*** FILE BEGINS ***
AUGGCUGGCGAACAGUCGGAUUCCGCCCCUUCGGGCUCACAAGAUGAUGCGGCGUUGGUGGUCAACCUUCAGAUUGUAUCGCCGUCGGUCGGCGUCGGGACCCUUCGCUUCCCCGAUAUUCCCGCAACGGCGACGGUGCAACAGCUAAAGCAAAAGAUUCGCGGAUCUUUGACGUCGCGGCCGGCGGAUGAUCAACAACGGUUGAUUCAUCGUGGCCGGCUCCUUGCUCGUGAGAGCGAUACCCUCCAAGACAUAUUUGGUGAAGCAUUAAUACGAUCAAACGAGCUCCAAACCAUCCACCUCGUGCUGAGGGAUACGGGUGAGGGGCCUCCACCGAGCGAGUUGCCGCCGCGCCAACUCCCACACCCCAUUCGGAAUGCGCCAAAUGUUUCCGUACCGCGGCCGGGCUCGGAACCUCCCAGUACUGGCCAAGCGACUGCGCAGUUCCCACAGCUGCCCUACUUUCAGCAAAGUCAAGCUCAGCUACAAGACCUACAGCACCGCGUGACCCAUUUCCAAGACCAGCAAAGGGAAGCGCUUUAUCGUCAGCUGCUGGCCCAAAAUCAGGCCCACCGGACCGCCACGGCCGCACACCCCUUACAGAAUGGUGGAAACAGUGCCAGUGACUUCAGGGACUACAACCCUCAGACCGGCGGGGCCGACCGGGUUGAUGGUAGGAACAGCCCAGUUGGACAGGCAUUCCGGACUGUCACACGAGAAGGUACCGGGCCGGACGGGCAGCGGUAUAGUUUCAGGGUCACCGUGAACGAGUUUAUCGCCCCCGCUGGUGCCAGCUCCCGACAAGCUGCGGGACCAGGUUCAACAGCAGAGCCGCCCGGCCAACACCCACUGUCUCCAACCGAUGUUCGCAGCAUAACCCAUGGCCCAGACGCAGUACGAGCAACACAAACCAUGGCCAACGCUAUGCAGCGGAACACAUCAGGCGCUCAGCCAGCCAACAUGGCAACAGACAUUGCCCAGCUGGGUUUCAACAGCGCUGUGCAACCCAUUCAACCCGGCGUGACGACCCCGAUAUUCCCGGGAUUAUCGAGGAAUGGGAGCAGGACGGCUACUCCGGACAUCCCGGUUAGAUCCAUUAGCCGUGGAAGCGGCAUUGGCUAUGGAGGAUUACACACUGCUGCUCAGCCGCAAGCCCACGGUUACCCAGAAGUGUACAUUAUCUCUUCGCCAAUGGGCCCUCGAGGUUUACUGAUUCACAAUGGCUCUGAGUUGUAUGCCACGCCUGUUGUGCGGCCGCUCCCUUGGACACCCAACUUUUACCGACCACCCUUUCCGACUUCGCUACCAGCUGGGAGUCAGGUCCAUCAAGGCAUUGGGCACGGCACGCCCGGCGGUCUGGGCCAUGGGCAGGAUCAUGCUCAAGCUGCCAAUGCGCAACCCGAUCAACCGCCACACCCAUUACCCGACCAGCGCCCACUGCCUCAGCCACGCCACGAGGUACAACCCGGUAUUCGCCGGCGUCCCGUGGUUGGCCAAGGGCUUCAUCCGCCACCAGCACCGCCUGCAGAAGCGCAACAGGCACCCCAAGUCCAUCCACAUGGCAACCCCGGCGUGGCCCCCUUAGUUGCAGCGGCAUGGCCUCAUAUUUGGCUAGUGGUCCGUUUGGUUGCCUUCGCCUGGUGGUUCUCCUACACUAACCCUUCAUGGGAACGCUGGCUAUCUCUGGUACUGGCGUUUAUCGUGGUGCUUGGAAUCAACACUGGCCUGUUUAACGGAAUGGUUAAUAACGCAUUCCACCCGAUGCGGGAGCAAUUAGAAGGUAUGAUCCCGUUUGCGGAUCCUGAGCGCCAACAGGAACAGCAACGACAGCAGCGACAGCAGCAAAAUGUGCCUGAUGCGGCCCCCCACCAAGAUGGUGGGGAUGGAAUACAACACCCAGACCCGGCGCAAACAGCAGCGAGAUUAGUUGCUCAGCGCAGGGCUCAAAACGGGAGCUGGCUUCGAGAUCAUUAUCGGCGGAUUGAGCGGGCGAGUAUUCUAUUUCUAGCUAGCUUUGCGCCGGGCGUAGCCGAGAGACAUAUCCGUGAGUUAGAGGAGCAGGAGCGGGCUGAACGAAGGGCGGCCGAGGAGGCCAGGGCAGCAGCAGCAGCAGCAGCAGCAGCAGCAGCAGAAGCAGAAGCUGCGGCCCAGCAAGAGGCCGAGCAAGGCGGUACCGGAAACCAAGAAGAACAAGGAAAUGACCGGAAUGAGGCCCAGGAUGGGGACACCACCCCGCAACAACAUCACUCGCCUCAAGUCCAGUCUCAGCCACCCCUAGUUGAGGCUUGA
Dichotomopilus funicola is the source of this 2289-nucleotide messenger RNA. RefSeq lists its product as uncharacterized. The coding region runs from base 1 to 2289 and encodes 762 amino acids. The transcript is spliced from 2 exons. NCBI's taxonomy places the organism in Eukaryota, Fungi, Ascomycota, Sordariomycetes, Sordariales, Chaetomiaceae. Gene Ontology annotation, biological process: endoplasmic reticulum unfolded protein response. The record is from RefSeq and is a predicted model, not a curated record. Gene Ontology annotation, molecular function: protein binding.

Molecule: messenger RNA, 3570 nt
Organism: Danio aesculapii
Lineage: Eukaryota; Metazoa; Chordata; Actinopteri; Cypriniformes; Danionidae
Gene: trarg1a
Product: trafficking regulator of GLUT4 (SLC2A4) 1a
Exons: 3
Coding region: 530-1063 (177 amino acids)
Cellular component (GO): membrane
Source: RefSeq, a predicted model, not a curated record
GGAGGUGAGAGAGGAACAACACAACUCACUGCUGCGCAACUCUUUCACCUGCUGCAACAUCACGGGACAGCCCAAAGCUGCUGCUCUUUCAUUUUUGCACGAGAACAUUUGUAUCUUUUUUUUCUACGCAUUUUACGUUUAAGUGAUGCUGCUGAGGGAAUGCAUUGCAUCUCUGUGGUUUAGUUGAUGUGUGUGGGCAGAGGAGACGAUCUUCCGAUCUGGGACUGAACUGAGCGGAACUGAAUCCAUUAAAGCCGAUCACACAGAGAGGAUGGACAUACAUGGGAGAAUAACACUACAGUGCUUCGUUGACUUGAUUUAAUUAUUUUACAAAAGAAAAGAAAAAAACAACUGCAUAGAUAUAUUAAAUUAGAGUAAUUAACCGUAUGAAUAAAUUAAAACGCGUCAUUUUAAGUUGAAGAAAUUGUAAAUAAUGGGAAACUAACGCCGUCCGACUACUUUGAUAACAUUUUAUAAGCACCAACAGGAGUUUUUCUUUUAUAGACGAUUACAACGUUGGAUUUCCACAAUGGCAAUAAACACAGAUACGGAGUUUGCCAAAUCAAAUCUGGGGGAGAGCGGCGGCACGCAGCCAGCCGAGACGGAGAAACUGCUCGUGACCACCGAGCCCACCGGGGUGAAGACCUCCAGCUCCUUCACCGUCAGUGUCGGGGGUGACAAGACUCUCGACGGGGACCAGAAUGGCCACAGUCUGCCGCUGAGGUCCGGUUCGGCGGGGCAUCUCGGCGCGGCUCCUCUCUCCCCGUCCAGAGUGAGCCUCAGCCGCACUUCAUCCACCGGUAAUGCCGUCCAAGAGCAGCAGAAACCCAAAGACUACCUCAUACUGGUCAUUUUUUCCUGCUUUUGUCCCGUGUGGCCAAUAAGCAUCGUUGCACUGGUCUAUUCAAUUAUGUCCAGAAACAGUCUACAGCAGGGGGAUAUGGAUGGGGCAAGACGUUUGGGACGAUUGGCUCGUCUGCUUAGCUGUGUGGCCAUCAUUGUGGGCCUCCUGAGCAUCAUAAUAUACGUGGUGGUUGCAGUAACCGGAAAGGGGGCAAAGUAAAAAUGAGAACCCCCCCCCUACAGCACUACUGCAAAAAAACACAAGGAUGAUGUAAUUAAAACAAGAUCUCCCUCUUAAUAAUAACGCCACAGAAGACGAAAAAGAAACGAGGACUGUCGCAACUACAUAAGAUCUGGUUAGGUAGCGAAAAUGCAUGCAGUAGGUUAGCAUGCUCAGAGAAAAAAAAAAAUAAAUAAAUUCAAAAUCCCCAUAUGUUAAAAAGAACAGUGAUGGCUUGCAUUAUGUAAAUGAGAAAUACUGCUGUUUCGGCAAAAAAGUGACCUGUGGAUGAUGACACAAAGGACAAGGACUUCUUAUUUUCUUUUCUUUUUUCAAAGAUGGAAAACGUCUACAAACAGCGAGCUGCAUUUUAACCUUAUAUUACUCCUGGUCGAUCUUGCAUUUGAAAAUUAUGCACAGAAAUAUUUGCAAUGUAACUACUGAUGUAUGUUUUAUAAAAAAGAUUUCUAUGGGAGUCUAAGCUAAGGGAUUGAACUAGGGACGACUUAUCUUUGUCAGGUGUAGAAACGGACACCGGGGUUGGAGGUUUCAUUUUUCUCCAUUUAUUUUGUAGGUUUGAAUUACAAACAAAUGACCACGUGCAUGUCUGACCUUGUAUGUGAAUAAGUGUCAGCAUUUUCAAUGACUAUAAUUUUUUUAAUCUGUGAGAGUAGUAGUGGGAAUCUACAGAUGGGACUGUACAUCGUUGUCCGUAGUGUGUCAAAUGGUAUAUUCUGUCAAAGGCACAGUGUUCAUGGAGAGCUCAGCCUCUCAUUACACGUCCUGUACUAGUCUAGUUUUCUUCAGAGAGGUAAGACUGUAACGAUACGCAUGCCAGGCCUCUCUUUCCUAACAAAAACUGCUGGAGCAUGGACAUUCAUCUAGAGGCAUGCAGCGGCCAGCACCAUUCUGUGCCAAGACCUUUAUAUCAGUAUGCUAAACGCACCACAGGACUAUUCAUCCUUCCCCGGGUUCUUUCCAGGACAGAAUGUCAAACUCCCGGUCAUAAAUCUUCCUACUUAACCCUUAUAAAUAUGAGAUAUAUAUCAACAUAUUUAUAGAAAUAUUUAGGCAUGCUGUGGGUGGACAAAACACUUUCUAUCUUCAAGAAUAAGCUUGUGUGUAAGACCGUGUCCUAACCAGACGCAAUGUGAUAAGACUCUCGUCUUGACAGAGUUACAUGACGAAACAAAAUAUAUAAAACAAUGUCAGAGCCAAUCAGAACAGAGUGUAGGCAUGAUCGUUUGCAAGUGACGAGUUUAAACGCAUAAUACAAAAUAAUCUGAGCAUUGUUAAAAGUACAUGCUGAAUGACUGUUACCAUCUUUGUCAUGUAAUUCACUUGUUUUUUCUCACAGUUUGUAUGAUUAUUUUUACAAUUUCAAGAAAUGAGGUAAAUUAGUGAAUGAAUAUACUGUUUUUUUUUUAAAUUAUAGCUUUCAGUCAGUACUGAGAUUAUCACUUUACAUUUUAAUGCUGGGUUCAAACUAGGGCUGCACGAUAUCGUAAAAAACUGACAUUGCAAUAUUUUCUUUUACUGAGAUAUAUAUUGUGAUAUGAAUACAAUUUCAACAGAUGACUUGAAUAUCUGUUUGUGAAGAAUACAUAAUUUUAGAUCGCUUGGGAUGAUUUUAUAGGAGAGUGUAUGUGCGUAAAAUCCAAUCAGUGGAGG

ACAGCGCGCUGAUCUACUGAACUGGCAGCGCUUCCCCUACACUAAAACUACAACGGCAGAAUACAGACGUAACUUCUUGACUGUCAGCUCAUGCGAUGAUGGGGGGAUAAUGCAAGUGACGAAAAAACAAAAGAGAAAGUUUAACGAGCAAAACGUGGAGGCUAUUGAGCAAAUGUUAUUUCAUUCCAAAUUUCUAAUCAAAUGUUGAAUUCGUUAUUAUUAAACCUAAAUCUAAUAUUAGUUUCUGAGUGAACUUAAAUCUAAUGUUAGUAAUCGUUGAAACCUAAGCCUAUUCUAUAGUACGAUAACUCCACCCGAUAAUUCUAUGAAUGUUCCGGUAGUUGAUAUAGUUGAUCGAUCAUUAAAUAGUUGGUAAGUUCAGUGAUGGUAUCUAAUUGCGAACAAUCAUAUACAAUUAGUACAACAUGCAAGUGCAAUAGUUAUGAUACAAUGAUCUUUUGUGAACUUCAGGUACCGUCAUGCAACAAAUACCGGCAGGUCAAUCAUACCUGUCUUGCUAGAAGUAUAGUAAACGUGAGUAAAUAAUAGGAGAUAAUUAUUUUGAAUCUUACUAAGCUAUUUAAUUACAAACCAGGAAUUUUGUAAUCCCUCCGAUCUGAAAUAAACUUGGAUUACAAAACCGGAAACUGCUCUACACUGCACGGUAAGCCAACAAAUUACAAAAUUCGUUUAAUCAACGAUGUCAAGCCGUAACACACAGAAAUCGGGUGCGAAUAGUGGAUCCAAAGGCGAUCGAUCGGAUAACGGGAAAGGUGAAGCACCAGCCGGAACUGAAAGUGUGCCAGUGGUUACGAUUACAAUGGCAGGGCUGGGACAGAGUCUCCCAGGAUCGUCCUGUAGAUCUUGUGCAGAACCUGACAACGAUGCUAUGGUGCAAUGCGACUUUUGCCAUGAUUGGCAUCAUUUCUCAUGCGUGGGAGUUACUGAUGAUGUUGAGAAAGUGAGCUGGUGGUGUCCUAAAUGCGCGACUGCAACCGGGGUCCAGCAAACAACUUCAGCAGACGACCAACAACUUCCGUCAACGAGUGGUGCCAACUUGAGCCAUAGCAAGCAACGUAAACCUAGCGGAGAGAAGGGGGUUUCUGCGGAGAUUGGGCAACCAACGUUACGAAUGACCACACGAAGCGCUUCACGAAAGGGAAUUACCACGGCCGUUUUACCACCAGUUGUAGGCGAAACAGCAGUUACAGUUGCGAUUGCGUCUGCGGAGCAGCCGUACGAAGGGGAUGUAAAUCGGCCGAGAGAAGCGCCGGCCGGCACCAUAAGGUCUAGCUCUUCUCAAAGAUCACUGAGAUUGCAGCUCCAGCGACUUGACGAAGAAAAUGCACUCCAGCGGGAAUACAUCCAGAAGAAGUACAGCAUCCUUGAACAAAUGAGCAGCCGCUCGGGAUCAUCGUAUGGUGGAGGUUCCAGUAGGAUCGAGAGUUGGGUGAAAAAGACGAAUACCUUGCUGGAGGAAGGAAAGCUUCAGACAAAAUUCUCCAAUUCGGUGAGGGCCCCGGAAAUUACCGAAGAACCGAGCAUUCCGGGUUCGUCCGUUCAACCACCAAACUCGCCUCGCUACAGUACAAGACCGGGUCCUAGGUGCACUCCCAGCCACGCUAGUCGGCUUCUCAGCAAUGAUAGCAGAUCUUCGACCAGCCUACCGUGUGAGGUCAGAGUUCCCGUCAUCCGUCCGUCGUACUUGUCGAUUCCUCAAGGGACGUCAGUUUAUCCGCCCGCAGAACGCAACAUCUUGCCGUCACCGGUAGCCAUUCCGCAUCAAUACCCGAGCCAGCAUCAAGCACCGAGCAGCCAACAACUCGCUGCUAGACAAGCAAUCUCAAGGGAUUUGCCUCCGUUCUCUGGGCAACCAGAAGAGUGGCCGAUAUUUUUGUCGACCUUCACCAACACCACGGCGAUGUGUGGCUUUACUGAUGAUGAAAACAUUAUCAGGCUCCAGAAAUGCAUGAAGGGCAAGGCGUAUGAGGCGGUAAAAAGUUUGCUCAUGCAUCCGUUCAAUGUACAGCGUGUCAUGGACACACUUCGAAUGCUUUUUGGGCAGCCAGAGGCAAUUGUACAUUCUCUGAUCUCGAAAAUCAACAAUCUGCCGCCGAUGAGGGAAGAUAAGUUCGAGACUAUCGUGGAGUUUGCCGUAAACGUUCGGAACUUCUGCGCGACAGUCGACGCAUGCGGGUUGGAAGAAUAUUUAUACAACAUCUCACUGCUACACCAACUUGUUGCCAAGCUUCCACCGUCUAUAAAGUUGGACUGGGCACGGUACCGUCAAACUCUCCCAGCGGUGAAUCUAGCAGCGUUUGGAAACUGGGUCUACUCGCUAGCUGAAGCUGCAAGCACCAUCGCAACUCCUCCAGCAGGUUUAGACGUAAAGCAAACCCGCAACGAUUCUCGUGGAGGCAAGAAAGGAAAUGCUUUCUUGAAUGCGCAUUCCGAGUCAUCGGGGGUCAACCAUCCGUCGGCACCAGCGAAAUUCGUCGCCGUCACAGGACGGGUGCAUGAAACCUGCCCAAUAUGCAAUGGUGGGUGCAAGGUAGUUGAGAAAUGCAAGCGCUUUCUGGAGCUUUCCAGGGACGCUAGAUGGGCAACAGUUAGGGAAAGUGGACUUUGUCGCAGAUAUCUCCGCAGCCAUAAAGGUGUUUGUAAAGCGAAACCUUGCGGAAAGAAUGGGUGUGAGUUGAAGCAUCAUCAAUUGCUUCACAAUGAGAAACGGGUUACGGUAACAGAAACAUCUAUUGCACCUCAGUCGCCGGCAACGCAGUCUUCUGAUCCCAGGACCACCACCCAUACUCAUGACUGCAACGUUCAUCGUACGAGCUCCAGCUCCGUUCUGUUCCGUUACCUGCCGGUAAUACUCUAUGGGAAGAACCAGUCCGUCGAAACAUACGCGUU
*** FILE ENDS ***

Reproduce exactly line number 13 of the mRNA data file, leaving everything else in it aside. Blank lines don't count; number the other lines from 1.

ACAGCGCGCUGAUCUACUGAACUGGCAGCGCUUCCCCUACACUAAAACUACAACGGCAGAAUACAGACGUAACUUCUUGACUGUCAGCUCAUGCGAUGAUGGGGGGAUAAUGCAAGUGACGAAAAAACAAAAGAGAAAGUUUAACGAGCAAAACGUGGAGGCUAUUGAGCAAAUGUUAUUUCAUUCCAAAUUUCUAAUCAAAUGUUGAAUUCGUUAUUAUUAAACCUAAAUCUAAUAUUAGUUUCUGAGUGAACUUAAAUCUAAUGUUAGUAAUCGUUGAAACCUAAGCCUAUUCUAUAGUACGAUAACUCCACCCGAUAAUUCUAUGAAUGUUCCGGUAGUUGAUAUAGUUGAUCGAUCAUUAAAUAGUUGGUAAGUUCAGUGAUGGUAUCUAAUUGCGAACAAUCAUAUACAAUUAGUACAACAUGCAAGUGCAAUAGUUAUGAUACAAUGAUCUUUUGUGAACUUCAGGUACCGUCAUGCAACAAAUACCGGCAGGUCAAUCAUACCUGUCUUGCUAGAAGUAUAGUAAACGUGAGUAAAUAAUAGGAGAUAAUUAUUUUGAAUCUUACUAAGCUAUUUAAUUACAAACCAGGAAUUUUGUAAUCCCUCCGAUCUGAAAUAAACUUGGAUUACAAAACCGGAAACUGCUCUACACUGCACGGUAAGCCAACAAAUUACAAAAUUCGUUUAAUCAACGAUGUCAAGCCGUAACACACAGAAAUCGGGUGCGAAUAGUGGAUCCAAAGGCGAUCGAUCGGAUAACGGGAAAGGUGAAGCACCAGCCGGAACUGAAAGUGUGCCAGUGGUUACGAUUACAAUGGCAGGGCUGGGACAGAGUCUCCCAGGAUCGUCCUGUAGAUCUUGUGCAGAACCUGACAACGAUGCUAUGGUGCAAUGCGACUUUUGCCAUGAUUGGCAUCAUUUCUCAUGCGUGGGAGUUACUGAUGAUGUUGAGAAAGUGAGCUGGUGGUGUCCUAAAUGCGCGACUGCAACCGGGGUCCAGCAAACAACUUCAGCAGACGACCAACAACUUCCGUCAACGAGUGGUGCCAACUUGAGCCAUAGCAAGCAACGUAAACCUAGCGGAGAGAAGGGGGUUUCUGCGGAGAUUGGGCAACCAACGUUACGAAUGACCACACGAAGCGCUUCACGAAAGGGAAUUACCACGGCCGUUUUACCACCAGUUGUAGGCGAAACAGCAGUUACAGUUGCGAUUGCGUCUGCGGAGCAGCCGUACGAAGGGGAUGUAAAUCGGCCGAGAGAAGCGCCGGCCGGCACCAUAAGGUCUAGCUCUUCUCAAAGAUCACUGAGAUUGCAGCUCCAGCGACUUGACGAAGAAAAUGCACUCCAGCGGGAAUACAUCCAGAAGAAGUACAGCAUCCUUGAACAAAUGAGCAGCCGCUCGGGAUCAUCGUAUGGUGGAGGUUCCAGUAGGAUCGAGAGUUGGGUGAAAAAGACGAAUACCUUGCUGGAGGAAGGAAAGCUUCAGACAAAAUUCUCCAAUUCGGUGAGGGCCCCGGAAAUUACCGAAGAACCGAGCAUUCCGGGUUCGUCCGUUCAACCACCAAACUCGCCUCGCUACAGUACAAGACCGGGUCCUAGGUGCACUCCCAGCCACGCUAGUCGGCUUCUCAGCAAUGAUAGCAGAUCUUCGACCAGCCUACCGUGUGAGGUCAGAGUUCCCGUCAUCCGUCCGUCGUACUUGUCGAUUCCUCAAGGGACGUCAGUUUAUCCGCCCGCAGAACGCAACAUCUUGCCGUCACCGGUAGCCAUUCCGCAUCAAUACCCGAGCCAGCAUCAAGCACCGAGCAGCCAACAACUCGCUGCUAGACAAGCAAUCUCAAGGGAUUUGCCUCCGUUCUCUGGGCAACCAGAAGAGUGGCCGAUAUUUUUGUCGACCUUCACCAACACCACGGCGAUGUGUGGCUUUACUGAUGAUGAAAACAUUAUCAGGCUCCAGAAAUGCAUGAAGGGCAAGGCGUAUGAGGCGGUAAAAAGUUUGCUCAUGCAUCCGUUCAAUGUACAGCGUGUCAUGGACACACUUCGAAUGCUUUUUGGGCAGCCAGAGGCAAUUGUACAUUCUCUGAUCUCGAAAAUCAACAAUCUGCCGCCGAUGAGGGAAGAUAAGUUCGAGACUAUCGUGGAGUUUGCCGUAAACGUUCGGAACUUCUGCGCGACAGUCGACGCAUGCGGGUUGGAAGAAUAUUUAUACAACAUCUCACUGCUACACCAACUUGUUGCCAAGCUUCCACCGUCUAUAAAGUUGGACUGGGCACGGUACCGUCAAACUCUCCCAGCGGUGAAUCUAGCAGCGUUUGGAAACUGGGUCUACUCGCUAGCUGAAGCUGCAAGCACCAUCGCAACUCCUCCAGCAGGUUUAGACGUAAAGCAAACCCGCAACGAUUCUCGUGGAGGCAAGAAAGGAAAUGCUUUCUUGAAUGCGCAUUCCGAGUCAUCGGGGGUCAACCAUCCGUCGGCACCAGCGAAAUUCGUCGCCGUCACAGGACGGGUGCAUGAAACCUGCCCAAUAUGCAAUGGUGGGUGCAAGGUAGUUGAGAAAUGCAAGCGCUUUCUGGAGCUUUCCAGGGACGCUAGAUGGGCAACAGUUAGGGAAAGUGGACUUUGUCGCAGAUAUCUCCGCAGCCAUAAAGGUGUUUGUAAAGCGAAACCUUGCGGAAAGAAUGGGUGUGAGUUGAAGCAUCAUCAAUUGCUUCACAAUGAGAAACGGGUUACGGUAACAGAAACAUCUAUUGCACCUCAGUCGCCGGCAACGCAGUCUUCUGAUCCCAGGACCACCACCCAUACUCAUGACUGCAACGUUCAUCGUACGAGCUCCAGCUCCGUUCUGUUCCGUUACCUGCCGGUAAUACUCUAUGGGAAGAACCAGUCCGUCGAAACAUACGCGUU